See the " Volcanoes and other charms of La Garrotxa " route .
The medieval Barony of Santa Pau was declared a historic-artistic site in 1970. In it we can enjoy the tranquility transmitted by its porticoed Plaza Mayor, known as Firal del Bous, which is presided over by the Gothic church of Santa Maria. The houses located around the square are attached to the wall. Also from this period, it is worth visiting its large castle with a square floor plan, which has become a symbol of Santa Pau.
After enjoying this town that preserves its medieval structure and that the cobblestone streets have seen so many years go by, we will head towards the quintessential Catalan medieval municipality, Besalú. To do so we will take the CI-524 road and then the A-26 motorway.
This county town was born from the establishment of the castle of Besalú on top of the mount of Santa Maria. Later, the city was dressed with other buildings within the walled enclosure; such as, for example, the famous Besalú bridge that gave access to the town, the church of the Monastery of Sant Pere, the Royal Curia (which reveals the great political power that this municipality had in medieval times), the Casa Llaudes, the Plaza Mayor and the Jewish Call with the Miqvé (Jewish baths).
In Besalú, too, we must highlight the presence of Count Tallaferro, who left his mark on this town and where today we find a street that bears his name. Don't forget to wander over there!
The imprint of the stone in the Baix Empordà
The Baix Empordà also offers beautiful corners created and built with stone, Torroella de Montgrí is an example.
The old town of Torroella de Montgrí is surrounded by the wall, of which different parts have been preserved, such as the Torre de les Bruixes (of the Witches) and the Santa Caterina gate. In the heart of Torroella, the Plaza Mayor reigns, the nerve center of the municipality. In this arcaded square different streets come together and we find the town hall and the baroque chapel of Sant Antoni.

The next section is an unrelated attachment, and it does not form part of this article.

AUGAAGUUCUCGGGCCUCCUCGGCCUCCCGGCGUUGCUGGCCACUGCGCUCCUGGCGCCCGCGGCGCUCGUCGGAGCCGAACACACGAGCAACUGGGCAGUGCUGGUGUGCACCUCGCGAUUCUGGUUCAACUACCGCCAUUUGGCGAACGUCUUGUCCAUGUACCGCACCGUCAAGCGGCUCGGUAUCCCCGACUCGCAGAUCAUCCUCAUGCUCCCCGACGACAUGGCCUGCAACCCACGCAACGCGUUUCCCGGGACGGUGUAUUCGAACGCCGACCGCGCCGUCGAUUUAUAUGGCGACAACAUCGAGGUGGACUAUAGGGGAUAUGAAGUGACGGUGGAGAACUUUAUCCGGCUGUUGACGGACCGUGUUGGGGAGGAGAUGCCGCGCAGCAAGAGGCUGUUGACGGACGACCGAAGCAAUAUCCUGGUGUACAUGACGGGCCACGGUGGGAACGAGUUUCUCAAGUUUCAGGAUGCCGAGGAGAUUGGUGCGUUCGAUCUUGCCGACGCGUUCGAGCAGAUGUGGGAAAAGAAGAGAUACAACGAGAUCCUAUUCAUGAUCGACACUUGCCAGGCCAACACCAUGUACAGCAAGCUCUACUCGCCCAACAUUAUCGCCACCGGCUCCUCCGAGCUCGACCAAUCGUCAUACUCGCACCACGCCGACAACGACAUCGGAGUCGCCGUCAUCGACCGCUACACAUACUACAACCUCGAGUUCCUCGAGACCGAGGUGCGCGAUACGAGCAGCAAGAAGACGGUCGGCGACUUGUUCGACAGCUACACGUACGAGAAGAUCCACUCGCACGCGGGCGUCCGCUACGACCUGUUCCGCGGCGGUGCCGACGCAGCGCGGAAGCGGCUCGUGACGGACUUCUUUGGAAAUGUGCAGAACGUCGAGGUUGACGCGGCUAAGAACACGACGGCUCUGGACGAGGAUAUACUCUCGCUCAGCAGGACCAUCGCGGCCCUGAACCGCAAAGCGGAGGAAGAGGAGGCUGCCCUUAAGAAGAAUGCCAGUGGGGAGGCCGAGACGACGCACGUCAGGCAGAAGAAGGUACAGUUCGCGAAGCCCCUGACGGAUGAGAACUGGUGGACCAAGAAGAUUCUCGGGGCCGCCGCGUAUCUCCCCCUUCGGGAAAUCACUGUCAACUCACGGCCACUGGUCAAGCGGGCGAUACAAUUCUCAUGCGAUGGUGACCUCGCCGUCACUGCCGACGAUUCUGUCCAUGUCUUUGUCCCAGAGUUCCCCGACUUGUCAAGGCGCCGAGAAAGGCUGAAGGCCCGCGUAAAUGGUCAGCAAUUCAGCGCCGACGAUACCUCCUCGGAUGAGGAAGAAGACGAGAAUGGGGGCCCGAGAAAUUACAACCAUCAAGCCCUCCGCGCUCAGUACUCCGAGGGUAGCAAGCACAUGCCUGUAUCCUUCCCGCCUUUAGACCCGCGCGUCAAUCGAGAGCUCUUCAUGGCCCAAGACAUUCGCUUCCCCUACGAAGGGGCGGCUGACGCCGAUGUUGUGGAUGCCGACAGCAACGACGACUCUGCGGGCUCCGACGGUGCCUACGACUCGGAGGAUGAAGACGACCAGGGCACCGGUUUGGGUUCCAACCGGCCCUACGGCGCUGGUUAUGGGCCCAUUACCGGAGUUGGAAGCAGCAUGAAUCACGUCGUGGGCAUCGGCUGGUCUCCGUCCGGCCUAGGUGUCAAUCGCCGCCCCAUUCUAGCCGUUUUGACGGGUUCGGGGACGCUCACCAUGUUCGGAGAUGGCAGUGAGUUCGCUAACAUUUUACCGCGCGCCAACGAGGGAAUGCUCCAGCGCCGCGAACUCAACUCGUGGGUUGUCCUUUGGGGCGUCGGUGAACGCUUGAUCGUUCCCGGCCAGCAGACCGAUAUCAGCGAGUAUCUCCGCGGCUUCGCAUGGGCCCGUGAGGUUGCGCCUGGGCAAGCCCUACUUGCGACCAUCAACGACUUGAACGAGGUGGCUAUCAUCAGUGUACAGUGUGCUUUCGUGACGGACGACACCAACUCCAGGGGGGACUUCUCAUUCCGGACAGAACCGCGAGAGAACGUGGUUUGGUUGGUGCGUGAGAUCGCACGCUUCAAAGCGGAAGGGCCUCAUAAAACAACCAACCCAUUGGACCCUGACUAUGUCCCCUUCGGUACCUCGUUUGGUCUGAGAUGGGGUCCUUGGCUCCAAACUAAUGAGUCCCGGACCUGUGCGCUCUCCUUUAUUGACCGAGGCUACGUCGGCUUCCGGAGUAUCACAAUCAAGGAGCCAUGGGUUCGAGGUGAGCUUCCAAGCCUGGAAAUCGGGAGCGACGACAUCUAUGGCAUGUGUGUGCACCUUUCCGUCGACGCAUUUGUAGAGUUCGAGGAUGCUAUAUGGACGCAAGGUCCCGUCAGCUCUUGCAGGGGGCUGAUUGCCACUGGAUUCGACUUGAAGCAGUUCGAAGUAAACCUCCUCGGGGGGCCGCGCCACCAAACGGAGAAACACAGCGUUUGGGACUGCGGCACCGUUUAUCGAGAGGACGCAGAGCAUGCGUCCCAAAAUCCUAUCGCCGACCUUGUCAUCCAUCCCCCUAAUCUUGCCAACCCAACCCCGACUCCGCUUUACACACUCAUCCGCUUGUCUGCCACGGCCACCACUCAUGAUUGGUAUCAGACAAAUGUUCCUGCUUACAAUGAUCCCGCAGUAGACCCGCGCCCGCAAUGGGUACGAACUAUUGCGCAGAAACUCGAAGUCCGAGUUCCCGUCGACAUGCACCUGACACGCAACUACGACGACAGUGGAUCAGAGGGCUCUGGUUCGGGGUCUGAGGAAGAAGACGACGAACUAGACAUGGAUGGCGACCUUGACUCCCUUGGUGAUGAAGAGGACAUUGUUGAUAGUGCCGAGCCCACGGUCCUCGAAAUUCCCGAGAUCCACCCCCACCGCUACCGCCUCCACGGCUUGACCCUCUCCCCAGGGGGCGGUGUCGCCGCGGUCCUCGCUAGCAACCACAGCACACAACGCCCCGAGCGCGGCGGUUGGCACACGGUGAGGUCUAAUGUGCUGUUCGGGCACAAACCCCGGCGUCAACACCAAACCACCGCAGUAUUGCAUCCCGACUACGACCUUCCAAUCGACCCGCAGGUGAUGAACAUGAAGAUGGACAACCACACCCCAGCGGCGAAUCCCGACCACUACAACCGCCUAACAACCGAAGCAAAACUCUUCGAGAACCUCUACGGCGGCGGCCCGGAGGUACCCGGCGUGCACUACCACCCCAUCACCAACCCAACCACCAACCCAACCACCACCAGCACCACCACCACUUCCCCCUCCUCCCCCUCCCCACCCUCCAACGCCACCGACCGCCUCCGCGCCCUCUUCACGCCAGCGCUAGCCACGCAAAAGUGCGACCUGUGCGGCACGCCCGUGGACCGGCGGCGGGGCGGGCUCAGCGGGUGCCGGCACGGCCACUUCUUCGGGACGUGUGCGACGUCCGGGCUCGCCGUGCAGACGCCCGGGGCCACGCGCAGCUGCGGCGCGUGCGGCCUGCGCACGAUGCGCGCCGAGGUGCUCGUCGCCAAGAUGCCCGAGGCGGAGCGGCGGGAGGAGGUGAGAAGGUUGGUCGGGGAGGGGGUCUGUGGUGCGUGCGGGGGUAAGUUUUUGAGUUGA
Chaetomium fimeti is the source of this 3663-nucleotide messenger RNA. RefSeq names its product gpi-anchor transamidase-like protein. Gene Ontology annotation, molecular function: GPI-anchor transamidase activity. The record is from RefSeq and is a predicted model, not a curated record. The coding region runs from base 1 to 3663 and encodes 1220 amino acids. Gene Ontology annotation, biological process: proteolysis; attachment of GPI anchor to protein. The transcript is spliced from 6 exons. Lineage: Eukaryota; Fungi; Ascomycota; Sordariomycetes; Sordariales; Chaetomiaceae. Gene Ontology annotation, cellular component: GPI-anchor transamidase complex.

Some of the streets that lead into the Plaza Mayor are Calle Mayor and Calle de la Iglesia, which are home to buildings of great importance along their stretches ( the Hospital house, the Sastregener house...).
Also, Torroella, as was common in medieval times, has a castle, the Montgrí castle. It rises above the Montgrí mountain.
In this region, too, we would like to recommend that you visit the town of Palau-sator, a town where time seems to have stopped. Palau-Sator, too, has preserved the medieval structure of its old core. Today, we can still appreciate the layout of the wall. If we enter the interior of the old town through the Torre de las Horas and walk along Calle del Portal, we come to Plaza del Castillo where this building, declared a Cultural Asset of National Interest, rises.
Initially, this castle was built on top of a small hill and, finally, it became the center of the municipality.
Back to Gironès by Madremanya
The next town characterized by stone, which we recommend on this route, is Madremanya in Gironès.
But before reaching this last municipality, it is advisable to stop at Sant Martí Vell, another municipality that preserves its typical medieval arrangement, like most of those we have known so far. Visiting this one you will be able to verify that it was a municipality rich in water since there are multiple sources in the corners of its term.
Madremanya stands out for its church dedicated to Sant Esteve and the cobbled streets that wind around it. It is highly recommended to walk along Calle de la Creu or Calle de las Mosques (flies), among others.
In this last municipality, the Padró neighborhood is also a must, which bears this name because the stone used for the traditional offerings was found in this area.